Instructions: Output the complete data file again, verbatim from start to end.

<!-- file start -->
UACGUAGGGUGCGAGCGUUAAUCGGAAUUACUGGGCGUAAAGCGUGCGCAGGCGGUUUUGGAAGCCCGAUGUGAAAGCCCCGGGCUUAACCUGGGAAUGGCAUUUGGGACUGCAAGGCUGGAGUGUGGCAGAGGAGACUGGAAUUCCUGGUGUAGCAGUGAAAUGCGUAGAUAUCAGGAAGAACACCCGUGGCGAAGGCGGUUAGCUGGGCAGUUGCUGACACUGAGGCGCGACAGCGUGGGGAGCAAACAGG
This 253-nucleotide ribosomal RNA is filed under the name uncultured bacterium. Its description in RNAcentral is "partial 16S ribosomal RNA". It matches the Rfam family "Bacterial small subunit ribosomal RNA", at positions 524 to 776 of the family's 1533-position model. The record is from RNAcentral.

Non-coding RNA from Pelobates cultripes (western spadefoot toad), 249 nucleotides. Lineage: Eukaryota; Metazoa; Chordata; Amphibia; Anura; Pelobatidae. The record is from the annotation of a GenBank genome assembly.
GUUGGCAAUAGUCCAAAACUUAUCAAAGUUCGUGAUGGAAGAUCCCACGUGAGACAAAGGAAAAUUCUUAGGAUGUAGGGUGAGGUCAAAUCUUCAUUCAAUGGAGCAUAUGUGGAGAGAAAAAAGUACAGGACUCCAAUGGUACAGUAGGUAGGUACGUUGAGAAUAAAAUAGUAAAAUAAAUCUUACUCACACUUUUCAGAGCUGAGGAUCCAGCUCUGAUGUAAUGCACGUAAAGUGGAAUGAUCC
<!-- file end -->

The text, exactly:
UACGUAGGGUGCGAGCGUUAAUCGGAAUUACUGGGCGUAAAGCGUGCGCAGGCGGUUUUGGAAGCCCGAUGUGAAAGCCCCGGGCUUAACCUGGGAAUGGCAUUUGGGACUGCAAGGCUGGAGUGUGGCAGAGGAGACUGGAAUUCCUGGUGUAGCAGUGAAAUGCGUAGAUAUCAGGAAGAACACCCGUGGCGAAGGCGGUUAGCUGGGCAGUUGCUGACACUGAGGCGCGACAGCGUGGGGAGCAAACAGG
This 253-nucleotide ribosomal RNA is filed under the name uncultured bacterium. Its description in RNAcentral is "partial 16S ribosomal RNA". It matches the Rfam family "Bacterial small subunit ribosomal RNA", at positions 524 to 776 of the family's 1533-position model. The record is from RNAcentral.

Non-coding RNA from Pelobates cultripes (western spadefoot toad), 249 nucleotides. Lineage: Eukaryota; Metazoa; Chordata; Amphibia; Anura; Pelobatidae. The record is from the annotation of a GenBank genome assembly.
GUUGGCAAUAGUCCAAAACUUAUCAAAGUUCGUGAUGGAAGAUCCCACGUGAGACAAAGGAAAAUUCUUAGGAUGUAGGGUGAGGUCAAAUCUUCAUUCAAUGGAGCAUAUGUGGAGAGAAAAAAGUACAGGACUCCAAUGGUACAGUAGGUAGGUACGUUGAGAAUAAAAUAGUAAAAUAAAUCUUACUCACACUUUUCAGAGCUGAGGAUCCAGCUCUGAUGUAAUGCACGUAAAGUGGAAUGAUCC